Both being photographers, we decided to collaborate to form a photographic piece for MoDiP’s exhibition theme ‘Beastly Designs’. Our main inspiration for this project was Mary Katrantzou and Erik Madigan Heck who created some stunning fashion photographs with patterned backgrounds and our aim was to try to create something that people would take a second look at; something that not everyone would understand at first but which was very piercing at the same time.

Daisy focuses more on macro photography and played her part in this piece by creating the pattern projected onto the model. She created this by taking macro photos of different parts of animals such as wings, claws and teeth, and edited them into bold, colourful patterns. Cloe’s role was to make costumes for children from recycled plastic materials, such as plastic bags and bottle tops, representing different animals.
With many thanks to Percy Smith and Suri Chapman.

Short film by Alice Goodrich and Danica Henderson

Our problem with litter and the disposal of waste is a common problem, although partly acknowledged, we feel its effects are often disregarded. Such effects are irreversible damage to the environment and the death of many wild animals. We wanted to portray a story from an animal’s point of view and how our everyday carelessness affects them and their environment.
We wanted to use colourful props to attract the viewers’ attention, although we kept one thing to mind, and that was making sure the props were 100% eco-friendly. All the props we used were biodegradable in case any did fly away and become irretrievable. We felt focusing on matters like this were important, especially due to the meaning we wanted behind our film.

When we look at our final piece, we see the affects man has on nature. Although, we also see art, just like a pen to paper or paintbrush to canvas, we expressed everything we wanted through the art of film.

MoDiP would like to thank all the students who took part in this project including those whose work does not feature in the exhibition.

Louise Dennis (Assistant Curator)

Friday, 25 January 2013

Guess the object

MoDiP has the kind of collection that you may think you are very familiar with. We have objects which we all use every day, and some pieces which are more unusual.

By looking at this distorted image are you able to guess what the object is? What do you think it could be used for?

Post your answer in the comments below or find out more about the object by looking at the MoDiP catalogue.

Louise Dennis (Assistant Curator)

Monday, 21 January 2013

Did you know? #8

When the MoDiP collection is used for a specific project at the Arts University we document and publish the outcome on our website wherever possible.  We do this to help inspire others in how they might use the collection with their students.  Perhaps the specific project is not relevant to your studies but the way the collection was used might be, so do have a look and think about how we might be able to help you in your teaching.

Work by Simon Gamble, Fine Art student. Find out more about this work here.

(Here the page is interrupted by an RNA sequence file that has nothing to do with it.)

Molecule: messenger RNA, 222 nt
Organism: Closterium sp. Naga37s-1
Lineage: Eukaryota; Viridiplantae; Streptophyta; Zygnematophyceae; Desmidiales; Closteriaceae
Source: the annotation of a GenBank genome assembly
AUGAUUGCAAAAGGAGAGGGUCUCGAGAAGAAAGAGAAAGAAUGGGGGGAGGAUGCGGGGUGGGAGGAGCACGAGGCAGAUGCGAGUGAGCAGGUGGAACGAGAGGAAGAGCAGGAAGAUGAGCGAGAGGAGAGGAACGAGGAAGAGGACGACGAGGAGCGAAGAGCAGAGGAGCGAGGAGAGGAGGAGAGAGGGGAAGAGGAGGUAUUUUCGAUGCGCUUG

The case studies we have on the website show work by students studying Fine Art, Fashion Design and Technology, Illustration, Interior Architecture and Design, Visual Communication, Extended Diploma, Textiles, and Modelmaking.   Many of these projects have involved an introductory session by the MoDiP team, or the teaching staff from the specific courses have booked out groups of objects to use in their studio spaces.  

Work by Luke Trimmings, Visual Communication student. Find out more bout this  work here.

To talk to a member of the MoDiP team about using the collection and how we might help you, contact us by email or phone (see the contact details on the right).

Louise Dennis (Assistant Curator)

Monday, 7 January 2013

Christmas in Thailand

Little did I think that Christmas in Thailand would result in one of my most thrilling plastics encounters. It was as a result of meeting Po, a young philanthropist running a community art gallery in Chiang Mai, who had in his twenties (not so long ago) been the youngest ever plant manager at Bayer Polymers.

Never before have I come across such enthusiasm for the material. As we sat in the warmth of the night around a bar on the balcony of my host's beautiful house, he regaled the assembled company with all that is important and exciting about plastics, captivating them with such phrases as:
Plastic is a progression of nature.
Plastics is a transformative technology.
Polyester holds our memories.
What is life without acrylic paint?
Boil your bones and you have cellulose.
Can you honestly believe that a spider's web is not woven in plastic?
He then disappeared, borrowing someone's motorbike to go and close up his gallery. He took much longer than expected and we were concerned for him and the bike when he returned, flushed with success, and brandishing the carrier bag shown at the top of this image.

He had been out foraging for significant pieces of plastic and collected a cork, cigarette lighter, two straws, some unusual washers and two Buddha relics. He encouraged us to feel their different textures, some hard, some soft, and wondered at their range of roles from the everyday to the symbolic. It was wonderful how enthralled everyone was. 

Let's hope that there are more such inspiring encounters in the year ahead.

Happy New Year from MoDiP!

Susan Lambert, Head of MoDiP